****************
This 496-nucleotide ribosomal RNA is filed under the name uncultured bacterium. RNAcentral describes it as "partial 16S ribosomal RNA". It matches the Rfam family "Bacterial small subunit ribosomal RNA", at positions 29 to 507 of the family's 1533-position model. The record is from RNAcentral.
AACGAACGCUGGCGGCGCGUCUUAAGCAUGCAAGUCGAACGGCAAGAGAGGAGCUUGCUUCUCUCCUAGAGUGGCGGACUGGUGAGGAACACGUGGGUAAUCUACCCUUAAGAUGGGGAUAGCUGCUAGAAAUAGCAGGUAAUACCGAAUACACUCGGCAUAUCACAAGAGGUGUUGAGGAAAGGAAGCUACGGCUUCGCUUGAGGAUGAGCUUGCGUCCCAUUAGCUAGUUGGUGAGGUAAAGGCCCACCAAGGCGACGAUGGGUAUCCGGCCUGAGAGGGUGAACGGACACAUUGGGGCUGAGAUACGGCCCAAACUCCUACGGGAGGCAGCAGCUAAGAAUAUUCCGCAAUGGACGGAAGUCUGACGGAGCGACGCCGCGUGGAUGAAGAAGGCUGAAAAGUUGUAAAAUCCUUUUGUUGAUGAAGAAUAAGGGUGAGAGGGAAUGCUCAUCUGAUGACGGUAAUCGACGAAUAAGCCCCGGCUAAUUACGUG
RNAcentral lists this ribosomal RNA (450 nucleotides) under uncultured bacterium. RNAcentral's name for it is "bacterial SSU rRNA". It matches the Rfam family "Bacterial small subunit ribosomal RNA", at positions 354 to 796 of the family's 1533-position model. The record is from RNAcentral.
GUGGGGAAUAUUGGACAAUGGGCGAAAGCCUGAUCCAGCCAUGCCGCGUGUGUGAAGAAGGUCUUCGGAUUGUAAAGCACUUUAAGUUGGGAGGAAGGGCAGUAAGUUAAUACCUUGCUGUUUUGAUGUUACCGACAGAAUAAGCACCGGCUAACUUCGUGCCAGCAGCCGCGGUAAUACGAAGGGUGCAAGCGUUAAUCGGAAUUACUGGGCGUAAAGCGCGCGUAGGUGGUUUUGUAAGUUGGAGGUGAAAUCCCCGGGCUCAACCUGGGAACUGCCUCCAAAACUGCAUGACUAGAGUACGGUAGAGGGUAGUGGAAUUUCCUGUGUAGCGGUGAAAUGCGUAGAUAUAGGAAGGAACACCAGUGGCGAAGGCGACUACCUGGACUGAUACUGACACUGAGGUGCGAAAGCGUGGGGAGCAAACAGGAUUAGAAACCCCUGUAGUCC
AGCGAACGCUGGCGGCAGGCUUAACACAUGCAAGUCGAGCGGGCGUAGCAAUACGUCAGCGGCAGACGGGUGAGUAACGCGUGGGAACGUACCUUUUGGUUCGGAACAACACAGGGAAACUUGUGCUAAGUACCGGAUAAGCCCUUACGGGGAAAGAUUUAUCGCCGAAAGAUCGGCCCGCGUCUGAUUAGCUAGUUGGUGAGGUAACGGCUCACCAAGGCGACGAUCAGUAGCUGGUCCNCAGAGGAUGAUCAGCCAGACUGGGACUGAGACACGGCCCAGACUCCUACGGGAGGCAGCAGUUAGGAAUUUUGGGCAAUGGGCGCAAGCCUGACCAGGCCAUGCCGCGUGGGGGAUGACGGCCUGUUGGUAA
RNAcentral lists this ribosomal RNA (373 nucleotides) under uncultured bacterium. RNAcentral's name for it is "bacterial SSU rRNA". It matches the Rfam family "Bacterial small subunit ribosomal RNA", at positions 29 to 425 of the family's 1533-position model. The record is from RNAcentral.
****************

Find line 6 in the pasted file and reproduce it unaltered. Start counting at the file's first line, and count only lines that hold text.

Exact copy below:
RNAcentral lists this ribosomal RNA (373 nucleotides) under uncultured bacterium. RNAcentral's name for it is "bacterial SSU rRNA". It matches the Rfam family "Bacterial small subunit ribosomal RNA", at positions 29 to 425 of the family's 1533-position model. The record is from RNAcentral.